Project description

On January 1, 2013, the Saxon Academy of Sciences and Humanities at Leipzig and the Berlin-Brandenburg Academy of Sciences and Humanities started the project “Structure and transformation in the vocabulary of the Egyptian language. Text and Knowledge in the Culture of Ancient Egypt” as part of the Academys' Programme. This is jointly financed by the federal government of Germany and by the state governments of Saxony, Berlin and Brandenburg and it builds upon the results of the project "Ancient Egyptian Dictionary" (1993–2012). Where this earlier project  resumed the great dictionary tradition of Adolf Erman and Hermann Grapow and developed the then new tool of a digital and annotated text database as a preliminary step towards a new (digital) dictionary, this time the vocabulary itself comes to the fore. The Leipzig team therefore concentrates its work on the corpus of ancient Egyptian scientific  texts and the associated specialist vocabulary. The aim of the project is to create an infrastructure in order to pursue two research questions. The first being: How are ancient Egyptian words built and how do they relate to one another at the level of meaning? Or to put it another way: How is the vocabulary of the Egyptian language structured? The second question is: What changes over time can be observed in the vocabulary of Egyptian, what semantic change do we have? Or: How is the vocabulary of the Egyptian language transformed? The primary goal in pursuing these questions is to open a door to ancient Egyptian knowledge, the mind and ways of thinking. Humans expresses their perception of objects, phenomena and activities in words and phrases. If a language does not possess an expression or a phrase for a certain phenomenon, this infers the language community has not perceived it as an independent entity.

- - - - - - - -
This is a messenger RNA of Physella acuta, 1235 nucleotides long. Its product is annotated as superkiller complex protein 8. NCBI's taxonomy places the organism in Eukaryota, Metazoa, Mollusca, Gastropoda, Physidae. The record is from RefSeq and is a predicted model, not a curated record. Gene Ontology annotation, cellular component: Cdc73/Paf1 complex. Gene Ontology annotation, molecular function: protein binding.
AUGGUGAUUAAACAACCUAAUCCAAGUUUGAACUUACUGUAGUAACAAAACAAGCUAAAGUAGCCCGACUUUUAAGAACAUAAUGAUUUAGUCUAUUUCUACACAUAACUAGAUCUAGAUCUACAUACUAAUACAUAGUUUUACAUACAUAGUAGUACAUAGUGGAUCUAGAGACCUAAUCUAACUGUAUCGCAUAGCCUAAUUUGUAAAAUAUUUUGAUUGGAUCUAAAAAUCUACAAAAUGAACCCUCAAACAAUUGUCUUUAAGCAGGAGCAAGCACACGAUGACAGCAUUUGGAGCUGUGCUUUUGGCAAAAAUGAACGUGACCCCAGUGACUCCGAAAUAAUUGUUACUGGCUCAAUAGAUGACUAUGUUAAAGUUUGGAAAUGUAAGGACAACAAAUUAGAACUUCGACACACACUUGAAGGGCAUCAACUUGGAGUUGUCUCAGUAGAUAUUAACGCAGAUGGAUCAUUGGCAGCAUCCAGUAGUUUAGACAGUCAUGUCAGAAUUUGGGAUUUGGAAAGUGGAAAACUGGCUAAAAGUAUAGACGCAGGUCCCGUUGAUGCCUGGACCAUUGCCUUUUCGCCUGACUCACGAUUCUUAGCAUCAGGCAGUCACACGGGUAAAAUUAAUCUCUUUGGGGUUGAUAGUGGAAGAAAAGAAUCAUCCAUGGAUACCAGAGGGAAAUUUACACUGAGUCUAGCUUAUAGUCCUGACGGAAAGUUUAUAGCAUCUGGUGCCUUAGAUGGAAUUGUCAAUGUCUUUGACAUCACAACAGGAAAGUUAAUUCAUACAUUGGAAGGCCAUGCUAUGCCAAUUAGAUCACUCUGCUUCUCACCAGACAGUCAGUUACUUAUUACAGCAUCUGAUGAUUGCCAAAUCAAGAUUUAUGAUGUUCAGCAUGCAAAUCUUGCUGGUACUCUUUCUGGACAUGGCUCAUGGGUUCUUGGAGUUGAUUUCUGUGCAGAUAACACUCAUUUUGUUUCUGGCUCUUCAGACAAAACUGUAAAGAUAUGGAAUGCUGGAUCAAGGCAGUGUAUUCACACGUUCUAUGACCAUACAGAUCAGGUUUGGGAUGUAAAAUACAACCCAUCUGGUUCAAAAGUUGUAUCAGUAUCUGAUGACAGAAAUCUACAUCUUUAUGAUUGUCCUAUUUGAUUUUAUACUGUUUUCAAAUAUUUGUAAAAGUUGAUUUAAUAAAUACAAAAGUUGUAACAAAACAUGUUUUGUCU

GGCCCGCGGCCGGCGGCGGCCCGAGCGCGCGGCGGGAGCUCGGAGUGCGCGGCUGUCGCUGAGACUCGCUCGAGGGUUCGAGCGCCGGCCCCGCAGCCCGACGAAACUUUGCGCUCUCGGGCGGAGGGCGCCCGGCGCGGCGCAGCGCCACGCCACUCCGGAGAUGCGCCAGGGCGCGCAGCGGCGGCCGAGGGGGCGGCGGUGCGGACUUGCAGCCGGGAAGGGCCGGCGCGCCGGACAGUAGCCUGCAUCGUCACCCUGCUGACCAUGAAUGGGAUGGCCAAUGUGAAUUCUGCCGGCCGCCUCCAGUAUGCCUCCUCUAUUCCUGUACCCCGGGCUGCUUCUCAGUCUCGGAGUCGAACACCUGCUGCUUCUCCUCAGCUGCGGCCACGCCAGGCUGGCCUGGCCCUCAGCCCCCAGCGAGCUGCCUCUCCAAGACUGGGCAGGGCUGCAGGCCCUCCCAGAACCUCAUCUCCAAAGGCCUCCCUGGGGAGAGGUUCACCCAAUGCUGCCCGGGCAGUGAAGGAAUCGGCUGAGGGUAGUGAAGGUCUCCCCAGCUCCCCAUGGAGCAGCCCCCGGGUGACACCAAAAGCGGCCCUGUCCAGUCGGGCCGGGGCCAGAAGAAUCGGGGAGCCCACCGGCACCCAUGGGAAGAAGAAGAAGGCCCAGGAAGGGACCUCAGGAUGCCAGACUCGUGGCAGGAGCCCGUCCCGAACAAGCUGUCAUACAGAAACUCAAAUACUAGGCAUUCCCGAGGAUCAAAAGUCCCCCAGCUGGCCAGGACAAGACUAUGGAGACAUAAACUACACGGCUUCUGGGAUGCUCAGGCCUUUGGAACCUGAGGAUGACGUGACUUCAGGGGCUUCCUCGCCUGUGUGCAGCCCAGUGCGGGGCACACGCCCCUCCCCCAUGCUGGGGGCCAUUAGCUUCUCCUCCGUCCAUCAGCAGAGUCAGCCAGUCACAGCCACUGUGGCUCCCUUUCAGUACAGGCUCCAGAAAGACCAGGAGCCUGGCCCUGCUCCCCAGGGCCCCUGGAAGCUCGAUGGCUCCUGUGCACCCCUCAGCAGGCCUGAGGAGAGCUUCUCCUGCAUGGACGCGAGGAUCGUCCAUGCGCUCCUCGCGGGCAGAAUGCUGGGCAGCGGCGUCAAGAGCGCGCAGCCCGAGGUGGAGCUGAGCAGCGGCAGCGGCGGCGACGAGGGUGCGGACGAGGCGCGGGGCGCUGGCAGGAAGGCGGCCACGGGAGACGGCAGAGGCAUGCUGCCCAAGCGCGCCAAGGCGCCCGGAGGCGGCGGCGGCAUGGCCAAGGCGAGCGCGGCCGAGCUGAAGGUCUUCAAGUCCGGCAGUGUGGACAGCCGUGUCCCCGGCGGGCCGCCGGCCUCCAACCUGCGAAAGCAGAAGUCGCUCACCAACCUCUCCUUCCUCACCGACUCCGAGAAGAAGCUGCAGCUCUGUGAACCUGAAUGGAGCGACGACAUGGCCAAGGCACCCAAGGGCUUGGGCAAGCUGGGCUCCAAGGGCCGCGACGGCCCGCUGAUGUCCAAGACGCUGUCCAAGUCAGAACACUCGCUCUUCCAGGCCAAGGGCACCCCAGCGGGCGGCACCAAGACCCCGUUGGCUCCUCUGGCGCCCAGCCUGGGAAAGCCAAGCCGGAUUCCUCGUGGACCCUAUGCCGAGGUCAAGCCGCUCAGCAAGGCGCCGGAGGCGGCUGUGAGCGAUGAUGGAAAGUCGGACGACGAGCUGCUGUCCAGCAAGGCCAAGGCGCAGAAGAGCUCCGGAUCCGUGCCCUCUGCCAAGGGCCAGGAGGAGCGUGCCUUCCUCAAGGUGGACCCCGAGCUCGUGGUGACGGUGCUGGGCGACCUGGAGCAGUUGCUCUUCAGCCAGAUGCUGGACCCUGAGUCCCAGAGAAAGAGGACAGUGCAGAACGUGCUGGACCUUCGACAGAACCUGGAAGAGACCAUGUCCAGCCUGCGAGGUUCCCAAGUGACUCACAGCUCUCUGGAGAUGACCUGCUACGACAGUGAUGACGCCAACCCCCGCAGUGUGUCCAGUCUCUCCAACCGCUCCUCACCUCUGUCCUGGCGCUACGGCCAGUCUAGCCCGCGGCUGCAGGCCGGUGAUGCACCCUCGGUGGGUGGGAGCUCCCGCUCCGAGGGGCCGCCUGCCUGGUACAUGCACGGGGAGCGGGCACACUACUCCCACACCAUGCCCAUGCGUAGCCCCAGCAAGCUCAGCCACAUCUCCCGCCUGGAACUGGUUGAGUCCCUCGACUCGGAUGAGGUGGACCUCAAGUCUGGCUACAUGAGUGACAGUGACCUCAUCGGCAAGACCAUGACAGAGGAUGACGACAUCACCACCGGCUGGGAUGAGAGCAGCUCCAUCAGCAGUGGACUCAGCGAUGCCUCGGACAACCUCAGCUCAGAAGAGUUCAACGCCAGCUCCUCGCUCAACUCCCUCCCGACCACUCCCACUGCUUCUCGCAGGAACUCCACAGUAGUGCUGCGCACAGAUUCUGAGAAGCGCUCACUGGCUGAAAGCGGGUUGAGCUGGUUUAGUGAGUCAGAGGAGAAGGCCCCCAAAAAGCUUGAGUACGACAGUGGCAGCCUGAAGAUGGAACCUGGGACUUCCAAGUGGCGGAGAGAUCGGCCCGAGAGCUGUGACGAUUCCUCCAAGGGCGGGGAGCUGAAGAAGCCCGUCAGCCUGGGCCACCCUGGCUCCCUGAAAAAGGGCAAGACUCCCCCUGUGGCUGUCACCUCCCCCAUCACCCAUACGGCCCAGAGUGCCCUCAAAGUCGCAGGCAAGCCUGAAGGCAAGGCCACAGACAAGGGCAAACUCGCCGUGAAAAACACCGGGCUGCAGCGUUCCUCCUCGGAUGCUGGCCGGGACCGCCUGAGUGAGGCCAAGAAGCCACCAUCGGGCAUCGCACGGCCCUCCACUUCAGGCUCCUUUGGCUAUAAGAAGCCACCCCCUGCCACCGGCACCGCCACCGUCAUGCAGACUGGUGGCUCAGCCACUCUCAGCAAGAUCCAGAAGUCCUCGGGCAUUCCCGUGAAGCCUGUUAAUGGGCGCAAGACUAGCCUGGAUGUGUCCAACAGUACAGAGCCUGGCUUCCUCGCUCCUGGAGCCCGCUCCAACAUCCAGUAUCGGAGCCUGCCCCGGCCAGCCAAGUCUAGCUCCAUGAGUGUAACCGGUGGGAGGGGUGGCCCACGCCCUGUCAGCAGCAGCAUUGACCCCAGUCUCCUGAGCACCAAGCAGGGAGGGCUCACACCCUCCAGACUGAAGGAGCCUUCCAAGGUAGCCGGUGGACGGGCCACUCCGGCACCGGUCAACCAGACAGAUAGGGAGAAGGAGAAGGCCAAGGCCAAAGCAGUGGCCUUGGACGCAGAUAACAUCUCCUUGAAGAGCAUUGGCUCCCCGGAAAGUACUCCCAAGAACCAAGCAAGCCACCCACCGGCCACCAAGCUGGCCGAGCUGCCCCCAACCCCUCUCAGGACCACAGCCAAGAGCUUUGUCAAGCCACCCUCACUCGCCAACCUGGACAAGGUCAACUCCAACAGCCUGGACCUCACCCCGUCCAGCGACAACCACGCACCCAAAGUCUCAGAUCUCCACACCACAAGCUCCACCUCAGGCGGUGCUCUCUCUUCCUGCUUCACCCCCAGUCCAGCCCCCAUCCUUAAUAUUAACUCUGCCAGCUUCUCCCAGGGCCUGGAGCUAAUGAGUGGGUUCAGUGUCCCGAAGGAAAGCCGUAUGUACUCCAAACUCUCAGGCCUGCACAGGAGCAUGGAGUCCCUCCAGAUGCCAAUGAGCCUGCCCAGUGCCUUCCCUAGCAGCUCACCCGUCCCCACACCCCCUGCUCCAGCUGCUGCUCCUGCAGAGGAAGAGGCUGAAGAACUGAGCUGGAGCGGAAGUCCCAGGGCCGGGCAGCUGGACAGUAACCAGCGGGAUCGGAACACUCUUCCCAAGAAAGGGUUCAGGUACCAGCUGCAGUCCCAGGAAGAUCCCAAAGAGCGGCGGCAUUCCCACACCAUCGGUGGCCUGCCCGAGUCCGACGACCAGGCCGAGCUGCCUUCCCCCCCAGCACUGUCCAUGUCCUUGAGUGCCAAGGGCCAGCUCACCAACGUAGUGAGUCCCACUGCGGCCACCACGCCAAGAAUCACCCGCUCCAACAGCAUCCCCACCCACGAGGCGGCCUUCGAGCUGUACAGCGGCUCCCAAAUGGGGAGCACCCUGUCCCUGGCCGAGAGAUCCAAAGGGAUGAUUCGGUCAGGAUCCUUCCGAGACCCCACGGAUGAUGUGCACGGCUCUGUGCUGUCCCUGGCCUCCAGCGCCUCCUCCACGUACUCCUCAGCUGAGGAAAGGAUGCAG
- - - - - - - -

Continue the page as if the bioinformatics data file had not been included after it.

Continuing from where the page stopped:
semantic widening:

Tz.png ṯz: „vertebra“
(vgl. Tz-n-psD.png ṯz n psḏ: „vertebra from the spine“)

 Ts.t_demotisch.png ṯse(.t):
„back bone; back“
⇒ ϫⲓⲥⲉ: „back, spine"
(vgl. ⲕⲁⲥ ⲛⲧϫⲓⲥⲉ:
„bone from spine, vertebra“)
restriction of meaning:
wgt.png wg.t: „mandible“  ⇒ (?) ⇒ ⲕⲉⲗⲟⲩⲟⲛϫϥ:
„Connection of the mandible“ =
„chin cheek, mandible
semantic shift:
mHA.png mḥꜣ: „back of the head“
mkHA.pngmkḥꜣ: „back of the head, neck“
 ⇒ mqH-demotisch.png mqḥ: „back of the head, neck“  ⇒ ⲙⲁⲕϩ: „neck“
Loss of word:
a.png : „forearm + hand“ ⇒ „arm, hand“  a-demotisch.png only dual:
ꜥ.wy: „the two arms“
new word creation through lexical borrowing from another language:
Ø  Ø (griech. ἰσχίον ⇒) ⲡⲉⲥⲭⲓⲟⲛ: „hip“
new word creation through word formation:
Ø ⇒ qrqH-demotisch.png qrqḥ:
„elbow; hip joint (???)“
⇒ ⲕⲉⲗⲉⲛⲕⲉϩ: „elbow“
new word creation through shift of meaning:  
(swḥ.t: „egg“)     ⲥⲟⲟⲩϩⲉ: (u.a.) „calvaria“
Fig. 1: Examples of change in ancient Egyptian medical vocabulary.

Comparing the presence or absence of words in Egyptian and in German, or in English, is one possible way of contrasting language cultures. However, in order to do so, the Egyptian vocabulary must first be classified and structured according to various parameters. Next, one can examine whether and where there are accidental gaps (due to the preservation or transmission of texts) or gaps in the system (compared to German). However, this system is not static; it is subject to different transformations, both within the same period of time and over the centuries. Changes in vocabulary (old words disappear, new ones are built, foreign words are borrowed) and in the meaning of the words are indications that not only the language, but also the ancient Egyptian speaker community and their culture have changed.

The individual domains of knowledge and associated specialist vocabulary are dealt with by the Leipzig team in the following order using man and his body as the point of reference: The first five years module (ancient Egyptian medicine) deals with the diagnostics and therapies applied to the human body as a microcosm. The second module (ancient Egyptian magic) also covers the body in its numinous-psychological or demonological dimension.Then the view is expanded out once again to the macrocosmic and celestial integration of the body, e.g. how stellar entities influence man’s wellbeing (third module: ancient Egyptian mantic and divination, including dream interpretation, astronomy and astrology, calendar and mathematics). Finally, the fourth module covers the natural environment of humankind (geography, botany, zoology, chemistry / alchemy). At a relatively early date in their cultural history the ancient Egyptians collected and classified all of this knowledge in a philological, or more precisely, lexicographical manner. They excerpted and structured it, first in word lists (the so-called onomastic texts) and later in handbooks or encyclopedias for priests. These philological texts form the conclusion of the knowledge/scientific texts studied by the Leipzig team.

Logos BBAW SAW.png